As for pandemics, some events simply have to dealt with as they arise. Otherwise, the amount of capital required to back-stop a commercial bank might well be nearly infinite to cover every possible eventuality.

    1. TBTF yes. The DFI's have a monopoly on the public’s savings. The remuneration rate is above short-term rates, money market funding rates, which is illegal. I.e., the yield curve is artificially inverted.

      They have impounded 14 trillion dollars of funds that are un-used and un-spent, one in which its interested parties seeking to influence the House & Senate Banking Committees spent in campaign contributions, amounts each year, typically exceeding all other industry and labor groupings. The ABA and Keynesian economists have achieved their objective: that there is no difference between money and liquid assets.
      To wit:
      #1 The Depository Institutions Deregulation and Monetary Control Act of 1980 (H.R. 4986, Pub.L. 96–221)
      #2 The Garn–St Germain Depository Institutions Act of 1982 (Pub.L. 97–320, H.R. 6267, enacted October 15, 1982)
      #3 The Riegle-Neal Interstate Banking and Branching Efficiency Act of September 29, 1994 [IBBEA] PUBLIC LAW 103-328 [H.R. 3841]
      #4 The Financial Services Regulatory Relief Act of 2006 (FSRRA) PUBLIC LAW 109–351—OCT. 13, 2006
      #5 The Emergency Economic Stabilization Act of 2008 (Division A of Pub.L. 110–343, 122 Stat. 3765, enacted October 3, 2008), viz., the acceleration in the payment of interest on IBDDs from 2011 to Oct. 2008

    2. You're suggesting that the Federal Reserve Bank of New York is flouting the law?

  6. The Fed fails to adequately fulfill its current mandate(s). Now it's trying to deal with climate questions failing to distinguish between risk and uncertainty as is too often the case! I agree with Kwaku about putting the staff to work doing their real job which they have failed to do properly since 2007 or before!

  7. Looking back to your June 10th, 2021, blog-post, 'The end of "the end of inflation" ', one finds via the embedded link to the Booth School of Business IGM survey for June 2021, a link to a paper by Ray Fair, Yale Economics, in which professor Fair concludes,
    "The only tool the Fed has to lower infation according to the model is to increase the unemployment rate by raising interest rates. This efect is modest and takes time." -- Ray C. Fair, in "What do price equations say about future infation?", Business Economics (2021) 56:118–128, Published online: 2 June 2021. © National Association for Business Economics 2021.

    PDF of this article is available at

    'The Grumpy Economist' June 10 2021 blog-post includes an embedded link to the University of Chicago's Booth School of Business Administration's "The Initiative on Global Markets" survey of economics professors. The survey is a representative sample of opinion on the path of inflation from mid-2021. It illustrates the difficulty of determining future inflation rates based on the limited information available on the survey date. Ray Fair is one of 38 professors of economics who participated in the June 2021 opinion survey.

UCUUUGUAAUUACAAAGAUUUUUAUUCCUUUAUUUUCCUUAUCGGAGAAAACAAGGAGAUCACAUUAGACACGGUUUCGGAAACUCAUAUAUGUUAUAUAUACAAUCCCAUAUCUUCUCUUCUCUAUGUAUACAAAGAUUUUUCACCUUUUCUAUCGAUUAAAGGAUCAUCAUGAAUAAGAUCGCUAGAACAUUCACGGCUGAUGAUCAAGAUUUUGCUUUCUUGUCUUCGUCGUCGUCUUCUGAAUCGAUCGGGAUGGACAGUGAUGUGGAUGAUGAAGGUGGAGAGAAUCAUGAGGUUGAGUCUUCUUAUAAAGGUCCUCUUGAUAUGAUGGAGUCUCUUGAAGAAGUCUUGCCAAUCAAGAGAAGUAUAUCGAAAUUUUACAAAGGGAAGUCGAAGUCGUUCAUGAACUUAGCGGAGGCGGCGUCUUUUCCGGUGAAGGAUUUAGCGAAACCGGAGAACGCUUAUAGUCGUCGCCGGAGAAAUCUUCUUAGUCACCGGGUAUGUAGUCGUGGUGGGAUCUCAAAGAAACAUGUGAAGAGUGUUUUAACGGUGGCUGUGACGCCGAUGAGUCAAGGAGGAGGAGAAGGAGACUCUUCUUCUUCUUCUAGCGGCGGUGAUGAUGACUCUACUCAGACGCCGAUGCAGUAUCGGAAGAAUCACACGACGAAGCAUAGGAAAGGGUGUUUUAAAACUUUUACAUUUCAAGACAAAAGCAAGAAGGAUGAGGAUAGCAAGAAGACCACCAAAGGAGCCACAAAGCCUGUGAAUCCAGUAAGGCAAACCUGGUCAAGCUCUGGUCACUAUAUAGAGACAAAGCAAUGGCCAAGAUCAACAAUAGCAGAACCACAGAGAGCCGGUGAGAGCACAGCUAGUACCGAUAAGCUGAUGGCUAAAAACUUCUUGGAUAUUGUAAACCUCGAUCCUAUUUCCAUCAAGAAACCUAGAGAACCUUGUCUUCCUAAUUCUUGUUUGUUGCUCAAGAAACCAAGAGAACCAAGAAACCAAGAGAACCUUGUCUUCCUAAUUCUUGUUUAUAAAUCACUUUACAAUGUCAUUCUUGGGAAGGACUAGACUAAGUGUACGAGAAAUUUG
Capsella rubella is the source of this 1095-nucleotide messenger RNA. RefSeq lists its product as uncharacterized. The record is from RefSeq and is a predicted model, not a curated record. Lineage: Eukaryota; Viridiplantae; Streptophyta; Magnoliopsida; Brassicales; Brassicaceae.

Ray Fair's article in Business Economics (June 2021) describes an econometric exercise to ascertain an econometric model of inflation, the unemployment rate, and the effect of the FRB's FOMC response to inflation. Fair does a reasonable job of modelling the phenomenon using an estimated expenditure path of the American Rescue Plan Act of 2021. The opening sentence of the article reads, "This paper uses an econometric approach to examine the inflation consequences of the American Rescue Plan Act of 2021."

    Familiarity with econometric methods and statistical estimation improves comprehension, but Fair does a good job of explaining his results in plain language. The conclusions are straight-forward and based on the work described in the body of the article. Eight references are listed. An end-note states, "Ray C. Fair is professor of economics at Yale University."

    A key implication of Fair's study is that adaptive expectations have reasonable predictive power. Fair explains:
    "Household and firm expectations tend to difer considerably from market expectations and those of professional forecasters. There is evidence that the strongest predictor of household’s and firms’ infation forecasts are what they believe infation has been in the recent past, which are not always accurate beliefs. There is also little evidence that frms know much about monetary policy targets. Further survey evidence regarding firms is in Candia et al. (2021), which support these conclusions. It seems clear that firms’ infation expectations are not rational, nor even very sophisticated. The assumption used here, that infation expectations depend only on past infation, may be the best that one can do." [Citations omitted.]

    1. Please stop posting so much. You don't have much to say and clutter the comments section.